Spread of the Housing Boom

Prices rise in smaller urban areas, creating a new tier of sticker-shock cities. Yet in Midwest, affordability reigns.

It's hot, hot, hot, and we're not talking about the weather in Phoenix or the salsa that startled your in-laws at the family cookout on the Fourth of July. It's the real estate market across the United States, which is inducing sticker shock in some new areas while providing unprecedented opportunities in others to realize the American dream of home ownership.

In the Seattle area, builders are so confident of the potential for high-priced sales there (partially fueled by the newly wealthy employees at Microsoft) that they're building million dollar-plus homes "on spec," meaning they won't start looking for a buyer until the carpet is laid and the landscaping done. In San Francisco, where the median home price stands at $335,000, record numbers of renters are being evicted as landlords jump on the housing-price escalator and sell out. And in Salt Lake City, which used to be one of the most-affordable markets in the country, the US Census Bureau is conducting a special housing survey because prices there have doubled in the past six years.

It's not just the usual suspects - big cities with high-paying employers or fantastic weather - where house prices are hot.

The National Association of Home Builders recently put out its annual list of the most- and least-affordable areas, which combines housing prices with median incomes. There, only slightly better than least-affordable San Francisco, was the Eugene-Springfield area in Oregon (where it rains much of the time).

Towns here in the Rogue Valley of southern Oregon (which is 300 miles from a major metropolitan area) are even less affordable than Los Angeles, San Diego, or Honolulu - all of which also made the home builders association's "25 least affordable" list. Many "equity emigres" - retirees or young families escaping the urban rat race - are moving in from California.

WHAT'S going on? It's pretty much Economics 101 stuff: A booming economy, relatively low mortgage interest rates, the accumulation of on-paper wealth tied to Wall Street's dare-devil ride, high consumer confidence.

"It's the confluence of all those good things the likes of which has seldom been seen before," says Brian Bragg, editor of US Housing Markets, a newsletter and research journal.

And it's not just those in high-tech towns like Seattle where "dink" couples (dual incomes, no kids) are buying up those cool Victorians and craftsmen-style bungalows approaching for a half-mil - some paying cash.

"The gains in homeownership are broadly based, with young adults making up much of the ground they lost during the 1980s, and minority and moderate-income households purchasing homes in record numbers," reports the Joint Center for Housing Studies at Harvard University.

"Between 1994 and 1997, the net addition of 4 million households to the ranks of homeowners set a three-year record."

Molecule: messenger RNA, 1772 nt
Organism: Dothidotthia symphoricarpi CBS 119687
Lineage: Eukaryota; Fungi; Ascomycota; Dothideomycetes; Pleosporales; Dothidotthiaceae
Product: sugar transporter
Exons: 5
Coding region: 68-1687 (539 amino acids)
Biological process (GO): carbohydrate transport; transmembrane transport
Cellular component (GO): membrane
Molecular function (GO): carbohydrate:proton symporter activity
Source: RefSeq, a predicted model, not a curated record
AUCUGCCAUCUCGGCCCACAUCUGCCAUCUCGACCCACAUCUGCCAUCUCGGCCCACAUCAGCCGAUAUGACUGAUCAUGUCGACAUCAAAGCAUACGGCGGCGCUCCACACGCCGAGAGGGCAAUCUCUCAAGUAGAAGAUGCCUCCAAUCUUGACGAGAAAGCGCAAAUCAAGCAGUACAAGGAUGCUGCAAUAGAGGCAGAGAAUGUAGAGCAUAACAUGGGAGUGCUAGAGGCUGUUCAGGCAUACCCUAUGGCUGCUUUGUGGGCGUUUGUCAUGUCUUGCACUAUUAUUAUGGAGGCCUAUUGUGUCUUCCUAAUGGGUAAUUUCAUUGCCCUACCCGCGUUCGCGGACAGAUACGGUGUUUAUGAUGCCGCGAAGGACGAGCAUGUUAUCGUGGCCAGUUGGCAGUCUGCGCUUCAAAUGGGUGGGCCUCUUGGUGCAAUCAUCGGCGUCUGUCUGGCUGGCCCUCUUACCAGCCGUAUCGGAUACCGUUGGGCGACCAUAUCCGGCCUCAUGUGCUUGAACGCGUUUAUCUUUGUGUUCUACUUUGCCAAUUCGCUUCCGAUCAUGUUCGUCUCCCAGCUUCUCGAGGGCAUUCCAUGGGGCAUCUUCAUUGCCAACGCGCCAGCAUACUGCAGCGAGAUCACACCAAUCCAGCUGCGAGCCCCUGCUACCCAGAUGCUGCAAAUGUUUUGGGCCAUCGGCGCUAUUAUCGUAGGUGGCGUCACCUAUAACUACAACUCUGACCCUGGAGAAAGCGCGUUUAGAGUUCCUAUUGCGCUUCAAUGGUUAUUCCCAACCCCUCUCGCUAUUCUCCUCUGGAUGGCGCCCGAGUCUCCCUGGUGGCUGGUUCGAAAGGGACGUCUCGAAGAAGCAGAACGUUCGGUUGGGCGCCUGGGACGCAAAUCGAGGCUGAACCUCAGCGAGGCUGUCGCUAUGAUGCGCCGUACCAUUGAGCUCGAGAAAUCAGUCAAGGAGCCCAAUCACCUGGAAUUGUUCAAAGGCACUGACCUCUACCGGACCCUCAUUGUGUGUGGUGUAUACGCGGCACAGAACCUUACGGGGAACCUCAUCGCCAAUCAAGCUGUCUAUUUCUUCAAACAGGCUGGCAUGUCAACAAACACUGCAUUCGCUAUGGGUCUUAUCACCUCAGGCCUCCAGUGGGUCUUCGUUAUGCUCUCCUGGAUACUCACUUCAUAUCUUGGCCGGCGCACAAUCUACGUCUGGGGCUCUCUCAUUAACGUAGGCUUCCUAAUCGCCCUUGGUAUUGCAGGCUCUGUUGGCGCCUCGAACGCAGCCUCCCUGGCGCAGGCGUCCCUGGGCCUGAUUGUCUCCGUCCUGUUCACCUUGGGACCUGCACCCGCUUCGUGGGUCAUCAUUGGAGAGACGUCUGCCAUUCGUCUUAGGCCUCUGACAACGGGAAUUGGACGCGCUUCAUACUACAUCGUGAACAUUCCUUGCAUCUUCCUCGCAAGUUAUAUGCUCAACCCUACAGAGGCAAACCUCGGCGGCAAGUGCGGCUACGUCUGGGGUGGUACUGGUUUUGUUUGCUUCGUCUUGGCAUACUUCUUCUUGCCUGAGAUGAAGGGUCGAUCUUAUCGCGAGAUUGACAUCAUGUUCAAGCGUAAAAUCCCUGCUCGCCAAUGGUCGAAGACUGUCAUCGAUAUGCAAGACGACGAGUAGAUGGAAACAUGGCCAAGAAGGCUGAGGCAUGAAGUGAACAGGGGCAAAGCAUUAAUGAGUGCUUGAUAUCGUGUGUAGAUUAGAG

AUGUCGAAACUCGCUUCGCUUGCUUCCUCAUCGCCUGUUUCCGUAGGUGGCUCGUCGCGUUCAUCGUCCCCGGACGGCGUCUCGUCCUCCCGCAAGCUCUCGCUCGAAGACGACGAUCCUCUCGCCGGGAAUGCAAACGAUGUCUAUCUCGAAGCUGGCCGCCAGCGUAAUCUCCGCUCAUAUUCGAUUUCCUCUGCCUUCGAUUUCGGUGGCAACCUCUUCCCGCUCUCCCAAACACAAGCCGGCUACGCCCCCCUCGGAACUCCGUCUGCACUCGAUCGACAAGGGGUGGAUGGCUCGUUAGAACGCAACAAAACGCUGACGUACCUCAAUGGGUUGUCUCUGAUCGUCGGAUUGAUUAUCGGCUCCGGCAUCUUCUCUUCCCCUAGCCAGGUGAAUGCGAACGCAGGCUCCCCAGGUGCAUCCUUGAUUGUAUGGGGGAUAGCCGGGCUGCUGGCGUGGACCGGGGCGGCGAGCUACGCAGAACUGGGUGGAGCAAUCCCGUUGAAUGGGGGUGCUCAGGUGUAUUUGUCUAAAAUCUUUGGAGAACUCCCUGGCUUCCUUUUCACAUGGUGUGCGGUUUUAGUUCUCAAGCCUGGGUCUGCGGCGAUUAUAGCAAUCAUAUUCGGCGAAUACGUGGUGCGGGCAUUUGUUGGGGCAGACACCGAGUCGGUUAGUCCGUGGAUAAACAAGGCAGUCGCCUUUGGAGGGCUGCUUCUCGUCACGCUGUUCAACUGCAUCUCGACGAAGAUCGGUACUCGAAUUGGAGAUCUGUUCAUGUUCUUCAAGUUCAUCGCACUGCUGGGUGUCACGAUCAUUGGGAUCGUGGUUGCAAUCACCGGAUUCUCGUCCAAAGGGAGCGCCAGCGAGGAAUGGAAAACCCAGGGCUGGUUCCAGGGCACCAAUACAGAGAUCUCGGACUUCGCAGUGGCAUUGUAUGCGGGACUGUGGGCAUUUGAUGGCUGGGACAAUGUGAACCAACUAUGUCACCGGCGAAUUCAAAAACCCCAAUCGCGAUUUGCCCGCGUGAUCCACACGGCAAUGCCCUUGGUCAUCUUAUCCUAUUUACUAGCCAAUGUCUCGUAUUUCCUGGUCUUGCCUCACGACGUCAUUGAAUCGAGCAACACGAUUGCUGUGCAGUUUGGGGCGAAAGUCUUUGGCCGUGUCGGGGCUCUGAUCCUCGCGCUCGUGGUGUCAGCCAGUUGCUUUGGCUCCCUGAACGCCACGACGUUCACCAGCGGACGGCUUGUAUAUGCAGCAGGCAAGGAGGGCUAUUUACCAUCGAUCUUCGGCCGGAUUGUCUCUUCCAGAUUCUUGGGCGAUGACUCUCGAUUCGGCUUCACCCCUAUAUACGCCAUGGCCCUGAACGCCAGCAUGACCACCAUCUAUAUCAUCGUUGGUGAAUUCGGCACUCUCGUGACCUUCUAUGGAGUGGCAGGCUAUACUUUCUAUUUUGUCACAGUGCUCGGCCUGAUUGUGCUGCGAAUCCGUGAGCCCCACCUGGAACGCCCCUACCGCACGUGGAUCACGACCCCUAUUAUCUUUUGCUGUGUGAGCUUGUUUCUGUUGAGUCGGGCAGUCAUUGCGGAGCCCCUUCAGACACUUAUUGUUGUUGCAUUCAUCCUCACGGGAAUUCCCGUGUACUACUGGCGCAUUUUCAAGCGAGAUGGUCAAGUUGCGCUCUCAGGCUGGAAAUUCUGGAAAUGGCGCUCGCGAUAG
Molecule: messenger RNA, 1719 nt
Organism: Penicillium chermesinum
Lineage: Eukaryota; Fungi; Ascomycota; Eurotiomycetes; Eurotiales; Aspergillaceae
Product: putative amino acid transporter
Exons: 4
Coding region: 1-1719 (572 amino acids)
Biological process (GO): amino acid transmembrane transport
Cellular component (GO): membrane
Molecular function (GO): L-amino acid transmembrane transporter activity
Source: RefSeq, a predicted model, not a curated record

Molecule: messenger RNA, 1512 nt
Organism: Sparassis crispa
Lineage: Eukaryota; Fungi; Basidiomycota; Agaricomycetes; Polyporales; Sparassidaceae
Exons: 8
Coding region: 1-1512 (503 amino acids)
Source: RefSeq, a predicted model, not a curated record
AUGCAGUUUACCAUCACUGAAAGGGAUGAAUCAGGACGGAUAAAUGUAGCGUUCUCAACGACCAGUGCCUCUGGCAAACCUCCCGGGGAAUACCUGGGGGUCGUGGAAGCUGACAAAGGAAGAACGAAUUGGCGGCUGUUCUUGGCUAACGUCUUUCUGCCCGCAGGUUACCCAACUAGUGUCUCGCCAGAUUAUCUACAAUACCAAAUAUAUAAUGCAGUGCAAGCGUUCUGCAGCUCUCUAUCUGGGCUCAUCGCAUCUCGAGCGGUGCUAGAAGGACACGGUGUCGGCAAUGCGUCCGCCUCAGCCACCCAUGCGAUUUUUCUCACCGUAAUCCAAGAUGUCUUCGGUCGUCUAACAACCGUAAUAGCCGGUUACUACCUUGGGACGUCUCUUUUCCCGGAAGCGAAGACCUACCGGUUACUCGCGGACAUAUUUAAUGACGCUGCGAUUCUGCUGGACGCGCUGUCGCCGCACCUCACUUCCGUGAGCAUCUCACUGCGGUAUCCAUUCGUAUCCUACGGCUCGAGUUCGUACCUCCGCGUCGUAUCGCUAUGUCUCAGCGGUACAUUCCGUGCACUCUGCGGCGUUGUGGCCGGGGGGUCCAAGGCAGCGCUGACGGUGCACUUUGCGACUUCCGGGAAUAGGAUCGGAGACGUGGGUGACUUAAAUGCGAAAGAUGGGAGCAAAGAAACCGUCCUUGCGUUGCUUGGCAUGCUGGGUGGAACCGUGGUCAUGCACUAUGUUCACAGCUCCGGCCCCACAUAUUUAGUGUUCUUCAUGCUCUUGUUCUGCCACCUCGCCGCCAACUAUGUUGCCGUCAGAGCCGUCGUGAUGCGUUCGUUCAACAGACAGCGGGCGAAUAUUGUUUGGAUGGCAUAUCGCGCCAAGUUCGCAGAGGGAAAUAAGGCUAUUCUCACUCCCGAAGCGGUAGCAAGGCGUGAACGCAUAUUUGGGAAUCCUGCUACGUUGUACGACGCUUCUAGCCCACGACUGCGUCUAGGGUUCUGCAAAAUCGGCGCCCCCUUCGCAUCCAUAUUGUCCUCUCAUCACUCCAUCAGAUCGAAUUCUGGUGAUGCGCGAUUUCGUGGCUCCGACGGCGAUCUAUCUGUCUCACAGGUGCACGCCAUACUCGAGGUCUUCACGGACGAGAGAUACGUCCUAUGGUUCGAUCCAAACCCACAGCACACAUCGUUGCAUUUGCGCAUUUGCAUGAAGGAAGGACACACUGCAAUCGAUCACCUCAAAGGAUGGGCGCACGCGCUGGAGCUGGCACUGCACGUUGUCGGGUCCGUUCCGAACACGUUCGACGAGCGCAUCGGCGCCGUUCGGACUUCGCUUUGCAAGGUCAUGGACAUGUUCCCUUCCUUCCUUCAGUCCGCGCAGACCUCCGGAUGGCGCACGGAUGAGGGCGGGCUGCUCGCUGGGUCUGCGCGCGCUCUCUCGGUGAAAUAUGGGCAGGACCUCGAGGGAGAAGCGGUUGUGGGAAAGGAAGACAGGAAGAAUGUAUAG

There's a cautionary note in the Harvard study, however:

"Even under these unusually favorable conditions ... many young and low-income households are still unable to progress up the housing ladder. Nearly half of today's 25-to-34-year-olds have only a high-school education, seriously limiting their earning power in the new global economy.

These workers in particular are finding it more and more difficult to save enough for a downpayment on a home and to earn enough to cover the monthly costs of ownership."

This is certainly true in the Seattle area, where the average price of a single-family home is now nearly $258,000 - $40,000 more than a year ago. Many other cities have seen noticeable increases in home prices over a year ago, says Fred Flick, vice president for economic research at the National Association of Realtors.

As a region, the Midwest has seen nearly the same rate of increase over a year ago (about 8 percent) as the West. Mr. Flick notes Akron, Ohio; Des Moines, Iowa; Omaha, Neb.; and Sioux Falls, S.D., as places where median house prices are going up at or near double-digit rates.

Still, when compared with regional or local incomes, the Midwest remains the most affordable.

For five quarters, Kokomo, Ind., has topped the National Association of Home Builders' "housing opportunity index" with a score of 93. This means families earning the Kokomo area's median income of $50,800 could afford to buy 93 percent of the houses sold there. Thirteen of the 25 "most affordable metro areas" on this list are in the Midwest.

The West, on the other hand, accounts for 19 of the 25 "least affordable metro areas." Even though the median family income in San Francisco is a relatively high $68,600, for example, only about 25 percent of houses in that market were affordable to those earning the median income.

Despite the price jumps, the means to buy new homes is just as strong. The Commerce Department reports that the seasonally adjusted annual rate of new-home sales (890,000) is the highest it's been since such figures were first tracked 35 years ago.

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